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A short investigatory project on Spectroscopy.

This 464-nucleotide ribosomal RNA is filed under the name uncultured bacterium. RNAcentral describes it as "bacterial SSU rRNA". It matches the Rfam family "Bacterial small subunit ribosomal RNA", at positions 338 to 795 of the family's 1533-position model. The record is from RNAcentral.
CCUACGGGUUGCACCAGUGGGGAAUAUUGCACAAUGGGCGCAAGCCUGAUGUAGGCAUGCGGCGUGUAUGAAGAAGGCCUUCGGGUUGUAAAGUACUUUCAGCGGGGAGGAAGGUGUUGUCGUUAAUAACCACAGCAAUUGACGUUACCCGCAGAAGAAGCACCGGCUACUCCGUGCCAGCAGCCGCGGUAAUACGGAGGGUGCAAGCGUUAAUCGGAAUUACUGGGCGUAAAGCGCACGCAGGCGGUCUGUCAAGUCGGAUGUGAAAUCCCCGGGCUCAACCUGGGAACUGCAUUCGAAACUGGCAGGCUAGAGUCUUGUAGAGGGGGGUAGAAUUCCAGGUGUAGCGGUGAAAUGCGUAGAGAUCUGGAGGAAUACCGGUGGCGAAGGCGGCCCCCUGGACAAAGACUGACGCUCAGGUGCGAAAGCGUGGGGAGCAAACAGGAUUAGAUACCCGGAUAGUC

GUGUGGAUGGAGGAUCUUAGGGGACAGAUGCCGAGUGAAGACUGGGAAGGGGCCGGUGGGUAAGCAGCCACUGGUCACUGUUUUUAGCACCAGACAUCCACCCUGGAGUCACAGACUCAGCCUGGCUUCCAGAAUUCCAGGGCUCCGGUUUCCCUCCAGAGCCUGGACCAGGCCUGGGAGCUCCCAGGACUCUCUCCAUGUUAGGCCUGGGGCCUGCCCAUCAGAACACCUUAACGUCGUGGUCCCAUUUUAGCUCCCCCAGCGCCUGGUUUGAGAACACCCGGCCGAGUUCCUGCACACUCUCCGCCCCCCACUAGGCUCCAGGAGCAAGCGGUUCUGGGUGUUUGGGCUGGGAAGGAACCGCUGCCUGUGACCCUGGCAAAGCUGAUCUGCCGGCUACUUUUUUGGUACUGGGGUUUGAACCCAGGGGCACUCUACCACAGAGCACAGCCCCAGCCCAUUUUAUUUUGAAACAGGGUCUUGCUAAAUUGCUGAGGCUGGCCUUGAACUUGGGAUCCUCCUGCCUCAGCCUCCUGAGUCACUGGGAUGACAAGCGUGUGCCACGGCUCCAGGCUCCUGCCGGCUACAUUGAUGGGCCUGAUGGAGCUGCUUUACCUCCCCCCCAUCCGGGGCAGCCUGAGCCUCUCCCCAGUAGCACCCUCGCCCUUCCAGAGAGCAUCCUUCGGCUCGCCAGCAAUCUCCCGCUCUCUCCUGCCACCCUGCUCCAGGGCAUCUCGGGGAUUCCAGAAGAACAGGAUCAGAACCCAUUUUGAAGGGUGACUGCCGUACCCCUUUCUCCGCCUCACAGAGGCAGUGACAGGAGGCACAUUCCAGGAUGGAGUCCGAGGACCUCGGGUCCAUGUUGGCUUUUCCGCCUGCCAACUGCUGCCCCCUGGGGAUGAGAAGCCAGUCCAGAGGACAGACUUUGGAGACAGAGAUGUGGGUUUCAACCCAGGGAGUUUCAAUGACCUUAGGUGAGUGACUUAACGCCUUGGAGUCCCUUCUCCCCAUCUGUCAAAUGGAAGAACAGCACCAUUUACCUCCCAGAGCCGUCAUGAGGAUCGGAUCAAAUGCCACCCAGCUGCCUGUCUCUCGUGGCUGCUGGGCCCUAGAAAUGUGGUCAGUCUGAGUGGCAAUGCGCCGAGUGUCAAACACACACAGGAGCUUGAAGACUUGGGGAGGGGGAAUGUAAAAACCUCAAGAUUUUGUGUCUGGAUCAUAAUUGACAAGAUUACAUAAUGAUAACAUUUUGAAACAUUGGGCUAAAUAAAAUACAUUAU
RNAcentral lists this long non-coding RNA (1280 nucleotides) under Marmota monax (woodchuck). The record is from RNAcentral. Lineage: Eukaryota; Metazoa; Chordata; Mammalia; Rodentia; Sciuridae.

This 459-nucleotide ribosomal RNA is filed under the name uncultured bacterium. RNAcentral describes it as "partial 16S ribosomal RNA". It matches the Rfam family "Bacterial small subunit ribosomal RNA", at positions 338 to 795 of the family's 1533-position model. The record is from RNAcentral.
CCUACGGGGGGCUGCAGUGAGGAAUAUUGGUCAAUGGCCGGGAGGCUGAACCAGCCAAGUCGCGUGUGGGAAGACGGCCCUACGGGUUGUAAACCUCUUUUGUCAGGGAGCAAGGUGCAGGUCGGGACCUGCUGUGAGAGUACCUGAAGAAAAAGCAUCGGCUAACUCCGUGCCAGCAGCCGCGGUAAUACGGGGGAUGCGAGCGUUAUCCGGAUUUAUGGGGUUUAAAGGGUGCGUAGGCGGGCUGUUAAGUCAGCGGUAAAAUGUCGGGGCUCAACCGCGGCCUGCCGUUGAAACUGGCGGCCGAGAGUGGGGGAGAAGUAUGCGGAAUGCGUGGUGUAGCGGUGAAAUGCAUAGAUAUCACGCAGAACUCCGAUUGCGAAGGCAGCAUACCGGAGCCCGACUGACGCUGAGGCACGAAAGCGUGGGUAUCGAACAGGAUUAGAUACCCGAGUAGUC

1   Project Submitted by: Sumit Anand Class: XII-A    AFS OJHAR CHEMISTRY INVESTIGATORY PROJECT WORK  2   CONTENTS   S.No. Title 1 Introduction 2 Physical Quantities measured 3 What Is Spectroscopy 4 Nature of light 5 The Electromagnetic Spectrum 6 General Types of Spectra 10 Types of Spectroscopy 11 How Spectrometer work? 12 Types of Spectroscopy 13 Examples of Spectroscopy in Astronomy 14 Probing the Formation of Stars in Colliding Galaxies in the universe. 15 Uncovering the mystery of quasar   16 Spectroscopy in Astronomy camp 17 Stars like our own Sun 18 Bibliography  3      Kinetic energy of particles is studied by electron energy loss spectroscopy and  Auger electron spectroscopy (see also cross section).     The mass-to-charge ratios of molecules and atoms are studied in mass spectrometry, sometimes called mass spectroscopy . Mass spectrometry is more of a measuring technique (metric) than an observation (scope) technique but can Produce a spectrum of masses, a mass spectrum, similar in appearance to other spectroscopy techniques.     The number of molecules or atoms or quantum-mechanical states to which the frequency or energy parameter applies. In this case the spectrum is usually called cross section. What is Spectroscopy?   Spectroscopy pertains to the dispersion of an object's light into its component colors (i.e. energies). By performing this dissection and analysis of an object's light, astronomers can infer the physical properties of that object (such as temperature, mass, luminosity and composition). But before we hurtle headlong into the wild and woolly field of spectroscopy, we need to try to answer some seemingly simple questions, such as what is light ? And how does it behave ? These questions may seem simple to you, but they have presented some of the most difficult conceptual challenges in the long history of physics. It has only been in this century, with the creation of quantum mechanics that we have gained a quantitative understanding of how light and atoms work. You see, the questions we pose are not always easy, but to understand and solve them will unlock a new way of looking at our Universe. The Nature of Light   To understand the processes in astronomy that generate light, we must realize first that light acts like a wave . Light has particle-like properties too, so it's actually quite a twisted beast (which is why it took so many years to figure out). But right now, let's just explore light as a wave. Picture yourself wading around on an ocean beach for a moment, and watch the many water waves sweeping past you. Waves are disturbances, ripples on the water, and they possess a certain height ( amplitude ), with a certain number of waves rushing past you every minute (the  frequency ) and all moving at a characteristic speed across the water (the wave speed ). Notice the distance between successive waves? That's called the wavelength .  4   Notice that radio, TV, and microwave signals are all light waves, they simply lie at wavelengths (energies) that your eye doesn't respond to. On the other end of the scale, beware the high energy UV, x-ray, and gamma-ray photons! Each one carries a lot of energy compared to their visible- and radio-wave brethren. They're the reasons you should wear sunblock, for example. When we look at the Universe in a different light , i.e. at non-visible wavelengths, we probe different kinds of physical conditions -- and we can see new kinds of objects! For example, high-energy gamma-ray and X-ray telescopes tend to see the most energetic dynamos in the cosmos, such as active galaxies, the remnants from massive dying stars, accretion of matter around black holes, and so forth. Visible light telescopes best probe light produced by stars. Longer- wavelength telescopes best probe dark, cool, obscured structures in the Universe: dusty star-forming regions, dark cold molecular clouds, the primordial radiation emitted by the formation of the Universe shortly after the Big Bang. Only through studying astronomical objects at many different wavelengths are astronomers able to piece together a coherent, comprehensive picture of how the Universe works!   General Types of Spectra   Typically one can observe two distinctive classes of spectra: continuous and discrete. For a continuous spectrum, the light is composed of a wide, continuous range of colors (energies). With discrete spectra, one sees only bright or dark lines at very distinct and sharply-defined colors (energies). As we'll discover shortly, discrete spectra with bright lines are called emission spectra, those with dark lines are termed absorption spectra.    Continuous Spectra   Continuous spectra arise from dense gases or solid objects which radiate their heat away through the production of light. Such objects emit light over a broad range of wavelengths, thus the apparent spectrum seems smooth and continuous. Stars emit light in a  predominantly (but not completely!) continuous spectrum. Other examples of such objects are incandescent light bulbs, electric cooking stove burners, flames, cooling fire embers and... You. Yes, you, right this minute, are emitting a continuous spectrum -- but the light waves you’re emitting are not visible -- they lie at infrared wavelengths (i.e. lower energies, and longer wavelengths than even red light). If you had infrared-sensitive eyes, you could see people by the continuous radiation they emit !
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